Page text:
Whoever drinks of this water will thirst again, but whoever drinks of the water that I shall give him will never thirst. But the water that I shall give him will become in him a fountain of water springing up into everlasting life. (John 4:13-14)

Saturday, June 30, 2007

The Use and Abuse of the Gospel Message

Those who believe in a 'saving faith of maximum information" have yet to make a case and prove that the "gospel message" (viz. the information of 1 Cor 15:3ff) is the conscious and necessary object or added content of saving faith in addition to trusting Jesus for eternal life. This is a premise that they have presupposed and taken for granted. They should no longer be allowed this luxury.

As seen in a large segment of Christianity, the term "gospel" has been ossified into theological technical speak for "what needs to be believed for eternal life".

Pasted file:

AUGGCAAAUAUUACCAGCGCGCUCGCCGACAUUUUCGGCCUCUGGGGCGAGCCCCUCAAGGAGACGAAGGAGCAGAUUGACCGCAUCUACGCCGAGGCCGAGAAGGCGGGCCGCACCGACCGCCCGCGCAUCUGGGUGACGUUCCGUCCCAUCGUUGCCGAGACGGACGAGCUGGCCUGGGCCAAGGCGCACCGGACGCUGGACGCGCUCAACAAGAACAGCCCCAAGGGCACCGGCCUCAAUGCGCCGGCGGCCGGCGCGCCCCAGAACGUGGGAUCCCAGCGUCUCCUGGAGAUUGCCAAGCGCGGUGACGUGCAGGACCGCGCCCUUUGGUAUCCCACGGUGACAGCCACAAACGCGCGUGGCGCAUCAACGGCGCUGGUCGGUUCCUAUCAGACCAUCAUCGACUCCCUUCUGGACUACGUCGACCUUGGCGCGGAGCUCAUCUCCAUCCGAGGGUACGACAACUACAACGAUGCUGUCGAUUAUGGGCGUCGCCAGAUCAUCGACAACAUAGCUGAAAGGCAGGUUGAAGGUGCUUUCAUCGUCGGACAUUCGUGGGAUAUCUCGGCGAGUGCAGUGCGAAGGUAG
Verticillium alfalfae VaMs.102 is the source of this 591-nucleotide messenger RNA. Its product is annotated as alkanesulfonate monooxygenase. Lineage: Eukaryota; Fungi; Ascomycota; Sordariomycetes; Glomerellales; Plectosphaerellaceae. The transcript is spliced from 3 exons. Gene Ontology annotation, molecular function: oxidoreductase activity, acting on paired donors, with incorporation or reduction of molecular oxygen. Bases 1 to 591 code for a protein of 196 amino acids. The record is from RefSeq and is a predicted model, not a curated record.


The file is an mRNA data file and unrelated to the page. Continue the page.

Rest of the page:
It is apparent to me and others that the gospel can be believed and one remain unsaved. Such has been the matter throughout Christian history.

How is this the case? One may believe that Jesus Christ "died for our sins according to the Scriptures" and "rose again the third day according to the Scriptures" (1 Cor 15:3-4) and still not believe that Jesus is the Guarantor of eternal life to the one who merely takes Him at His word in His promise to do so. That one believes that Jesus died for the sins of the world and rose again from the dead does not necessarily and inevitably lead to the conclusion that He guarantees one's eternal well-being by simple faith into Him through His promise.

I submit: the gospel message (as defined by most) is not the content or object of saving faith.

Paul and John are not competitive. Paul preached the same SINGLE content to saving faith as John did.

1 Timothy 1:16
16 However, for this reason I obtained mercy, that in me first Jesus Christ might show all longsuffering, as a pattern to those who are going to believe on Him for everlasting life.

In other words, they preached faith alone into Jesus Christ for eternal life.